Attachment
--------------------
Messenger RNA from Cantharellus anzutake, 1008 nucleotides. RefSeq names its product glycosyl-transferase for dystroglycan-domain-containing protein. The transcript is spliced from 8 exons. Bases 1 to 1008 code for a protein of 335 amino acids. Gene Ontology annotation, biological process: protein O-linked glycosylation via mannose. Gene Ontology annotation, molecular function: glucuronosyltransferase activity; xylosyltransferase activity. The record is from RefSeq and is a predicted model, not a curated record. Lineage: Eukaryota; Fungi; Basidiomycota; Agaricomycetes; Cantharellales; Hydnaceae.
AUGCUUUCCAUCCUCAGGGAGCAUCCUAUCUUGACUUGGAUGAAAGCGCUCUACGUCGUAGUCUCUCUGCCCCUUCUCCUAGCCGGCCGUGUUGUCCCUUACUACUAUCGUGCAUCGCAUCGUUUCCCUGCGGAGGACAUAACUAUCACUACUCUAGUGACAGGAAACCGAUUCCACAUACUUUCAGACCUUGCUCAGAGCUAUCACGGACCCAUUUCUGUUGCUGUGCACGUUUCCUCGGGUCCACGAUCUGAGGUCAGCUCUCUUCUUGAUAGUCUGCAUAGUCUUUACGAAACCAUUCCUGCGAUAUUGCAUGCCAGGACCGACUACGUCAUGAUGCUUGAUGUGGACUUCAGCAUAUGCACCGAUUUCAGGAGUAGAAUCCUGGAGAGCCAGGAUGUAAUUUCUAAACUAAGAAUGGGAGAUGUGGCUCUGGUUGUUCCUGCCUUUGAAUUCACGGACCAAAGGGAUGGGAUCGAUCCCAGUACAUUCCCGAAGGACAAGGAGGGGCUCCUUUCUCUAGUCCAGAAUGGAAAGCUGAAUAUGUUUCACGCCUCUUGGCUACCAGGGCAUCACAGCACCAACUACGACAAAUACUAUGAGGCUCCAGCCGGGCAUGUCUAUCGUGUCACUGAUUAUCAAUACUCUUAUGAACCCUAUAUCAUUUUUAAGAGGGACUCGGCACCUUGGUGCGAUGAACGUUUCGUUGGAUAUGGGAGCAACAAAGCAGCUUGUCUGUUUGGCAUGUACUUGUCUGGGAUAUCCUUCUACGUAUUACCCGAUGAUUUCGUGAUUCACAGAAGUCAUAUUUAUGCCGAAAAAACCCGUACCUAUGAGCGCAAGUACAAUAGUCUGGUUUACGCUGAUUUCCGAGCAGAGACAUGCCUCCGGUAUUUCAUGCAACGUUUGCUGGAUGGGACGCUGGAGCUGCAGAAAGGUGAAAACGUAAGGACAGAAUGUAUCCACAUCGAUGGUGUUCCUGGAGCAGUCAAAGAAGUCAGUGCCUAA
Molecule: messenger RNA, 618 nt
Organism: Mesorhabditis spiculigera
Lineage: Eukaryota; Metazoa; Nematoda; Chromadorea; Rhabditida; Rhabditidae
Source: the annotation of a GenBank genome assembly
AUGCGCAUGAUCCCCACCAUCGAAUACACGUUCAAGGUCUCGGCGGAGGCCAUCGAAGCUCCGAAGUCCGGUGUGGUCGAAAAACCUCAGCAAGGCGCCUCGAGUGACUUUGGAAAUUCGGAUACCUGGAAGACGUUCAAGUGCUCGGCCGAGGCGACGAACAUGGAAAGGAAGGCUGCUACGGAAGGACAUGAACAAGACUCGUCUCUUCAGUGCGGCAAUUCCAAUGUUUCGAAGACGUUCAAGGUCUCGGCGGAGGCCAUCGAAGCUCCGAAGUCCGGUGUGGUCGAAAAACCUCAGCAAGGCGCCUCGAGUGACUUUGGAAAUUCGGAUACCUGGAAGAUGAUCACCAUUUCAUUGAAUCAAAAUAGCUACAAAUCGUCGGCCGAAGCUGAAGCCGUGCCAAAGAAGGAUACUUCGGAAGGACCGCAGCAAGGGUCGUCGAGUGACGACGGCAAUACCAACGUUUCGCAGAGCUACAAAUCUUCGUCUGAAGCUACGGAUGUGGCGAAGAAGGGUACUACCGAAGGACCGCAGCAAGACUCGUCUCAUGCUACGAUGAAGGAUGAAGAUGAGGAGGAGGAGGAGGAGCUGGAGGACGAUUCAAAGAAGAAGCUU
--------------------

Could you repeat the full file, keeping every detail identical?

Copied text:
Messenger RNA from Cantharellus anzutake, 1008 nucleotides. RefSeq names its product glycosyl-transferase for dystroglycan-domain-containing protein. The transcript is spliced from 8 exons. Bases 1 to 1008 code for a protein of 335 amino acids. Gene Ontology annotation, biological process: protein O-linked glycosylation via mannose. Gene Ontology annotation, molecular function: glucuronosyltransferase activity; xylosyltransferase activity. The record is from RefSeq and is a predicted model, not a curated record. Lineage: Eukaryota; Fungi; Basidiomycota; Agaricomycetes; Cantharellales; Hydnaceae.
AUGCUUUCCAUCCUCAGGGAGCAUCCUAUCUUGACUUGGAUGAAAGCGCUCUACGUCGUAGUCUCUCUGCCCCUUCUCCUAGCCGGCCGUGUUGUCCCUUACUACUAUCGUGCAUCGCAUCGUUUCCCUGCGGAGGACAUAACUAUCACUACUCUAGUGACAGGAAACCGAUUCCACAUACUUUCAGACCUUGCUCAGAGCUAUCACGGACCCAUUUCUGUUGCUGUGCACGUUUCCUCGGGUCCACGAUCUGAGGUCAGCUCUCUUCUUGAUAGUCUGCAUAGUCUUUACGAAACCAUUCCUGCGAUAUUGCAUGCCAGGACCGACUACGUCAUGAUGCUUGAUGUGGACUUCAGCAUAUGCACCGAUUUCAGGAGUAGAAUCCUGGAGAGCCAGGAUGUAAUUUCUAAACUAAGAAUGGGAGAUGUGGCUCUGGUUGUUCCUGCCUUUGAAUUCACGGACCAAAGGGAUGGGAUCGAUCCCAGUACAUUCCCGAAGGACAAGGAGGGGCUCCUUUCUCUAGUCCAGAAUGGAAAGCUGAAUAUGUUUCACGCCUCUUGGCUACCAGGGCAUCACAGCACCAACUACGACAAAUACUAUGAGGCUCCAGCCGGGCAUGUCUAUCGUGUCACUGAUUAUCAAUACUCUUAUGAACCCUAUAUCAUUUUUAAGAGGGACUCGGCACCUUGGUGCGAUGAACGUUUCGUUGGAUAUGGGAGCAACAAAGCAGCUUGUCUGUUUGGCAUGUACUUGUCUGGGAUAUCCUUCUACGUAUUACCCGAUGAUUUCGUGAUUCACAGAAGUCAUAUUUAUGCCGAAAAAACCCGUACCUAUGAGCGCAAGUACAAUAGUCUGGUUUACGCUGAUUUCCGAGCAGAGACAUGCCUCCGGUAUUUCAUGCAACGUUUGCUGGAUGGGACGCUGGAGCUGCAGAAAGGUGAAAACGUAAGGACAGAAUGUAUCCACAUCGAUGGUGUUCCUGGAGCAGUCAAAGAAGUCAGUGCCUAA
Molecule: messenger RNA, 618 nt
Organism: Mesorhabditis spiculigera
Lineage: Eukaryota; Metazoa; Nematoda; Chromadorea; Rhabditida; Rhabditidae
Source: the annotation of a GenBank genome assembly
AUGCGCAUGAUCCCCACCAUCGAAUACACGUUCAAGGUCUCGGCGGAGGCCAUCGAAGCUCCGAAGUCCGGUGUGGUCGAAAAACCUCAGCAAGGCGCCUCGAGUGACUUUGGAAAUUCGGAUACCUGGAAGACGUUCAAGUGCUCGGCCGAGGCGACGAACAUGGAAAGGAAGGCUGCUACGGAAGGACAUGAACAAGACUCGUCUCUUCAGUGCGGCAAUUCCAAUGUUUCGAAGACGUUCAAGGUCUCGGCGGAGGCCAUCGAAGCUCCGAAGUCCGGUGUGGUCGAAAAACCUCAGCAAGGCGCCUCGAGUGACUUUGGAAAUUCGGAUACCUGGAAGAUGAUCACCAUUUCAUUGAAUCAAAAUAGCUACAAAUCGUCGGCCGAAGCUGAAGCCGUGCCAAAGAAGGAUACUUCGGAAGGACCGCAGCAAGGGUCGUCGAGUGACGACGGCAAUACCAACGUUUCGCAGAGCUACAAAUCUUCGUCUGAAGCUACGGAUGUGGCGAAGAAGGGUACUACCGAAGGACCGCAGCAAGACUCGUCUCAUGCUACGAUGAAGGAUGAAGAUGAGGAGGAGGAGGAGGAGCUGGAGGACGAUUCAAAGAAGAAGCUU